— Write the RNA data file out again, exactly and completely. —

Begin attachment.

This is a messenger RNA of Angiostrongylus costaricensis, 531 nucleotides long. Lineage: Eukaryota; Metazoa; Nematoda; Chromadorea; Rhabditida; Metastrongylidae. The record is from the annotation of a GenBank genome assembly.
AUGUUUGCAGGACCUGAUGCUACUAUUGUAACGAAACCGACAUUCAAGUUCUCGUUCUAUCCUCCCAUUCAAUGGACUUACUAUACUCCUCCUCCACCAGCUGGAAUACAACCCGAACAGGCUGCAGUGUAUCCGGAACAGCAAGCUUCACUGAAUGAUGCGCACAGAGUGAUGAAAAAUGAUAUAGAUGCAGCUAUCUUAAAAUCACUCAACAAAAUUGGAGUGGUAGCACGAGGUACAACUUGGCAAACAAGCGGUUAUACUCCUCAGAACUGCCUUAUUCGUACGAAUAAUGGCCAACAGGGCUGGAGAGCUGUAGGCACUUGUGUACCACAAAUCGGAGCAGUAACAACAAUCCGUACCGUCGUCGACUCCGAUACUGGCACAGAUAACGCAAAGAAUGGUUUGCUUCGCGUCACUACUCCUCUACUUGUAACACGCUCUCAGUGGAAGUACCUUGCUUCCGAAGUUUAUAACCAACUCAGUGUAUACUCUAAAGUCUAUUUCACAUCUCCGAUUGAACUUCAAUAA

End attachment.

This is a messenger RNA of Angiostrongylus costaricensis, 531 nucleotides long. Lineage: Eukaryota; Metazoa; Nematoda; Chromadorea; Rhabditida; Metastrongylidae. The record is from the annotation of a GenBank genome assembly.
AUGUUUGCAGGACCUGAUGCUACUAUUGUAACGAAACCGACAUUCAAGUUCUCGUUCUAUCCUCCCAUUCAAUGGACUUACUAUACUCCUCCUCCACCAGCUGGAAUACAACCCGAACAGGCUGCAGUGUAUCCGGAACAGCAAGCUUCACUGAAUGAUGCGCACAGAGUGAUGAAAAAUGAUAUAGAUGCAGCUAUCUUAAAAUCACUCAACAAAAUUGGAGUGGUAGCACGAGGUACAACUUGGCAAACAAGCGGUUAUACUCCUCAGAACUGCCUUAUUCGUACGAAUAAUGGCCAACAGGGCUGGAGAGCUGUAGGCACUUGUGUACCACAAAUCGGAGCAGUAACAACAAUCCGUACCGUCGUCGACUCCGAUACUGGCACAGAUAACGCAAAGAAUGGUUUGCUUCGCGUCACUACUCCUCUACUUGUAACACGCUCUCAGUGGAAGUACCUUGCUUCCGAAGUUUAUAACCAACUCAGUGUAUACUCUAAAGUCUAUUUCACAUCUCCGAUUGAACUUCAAUAA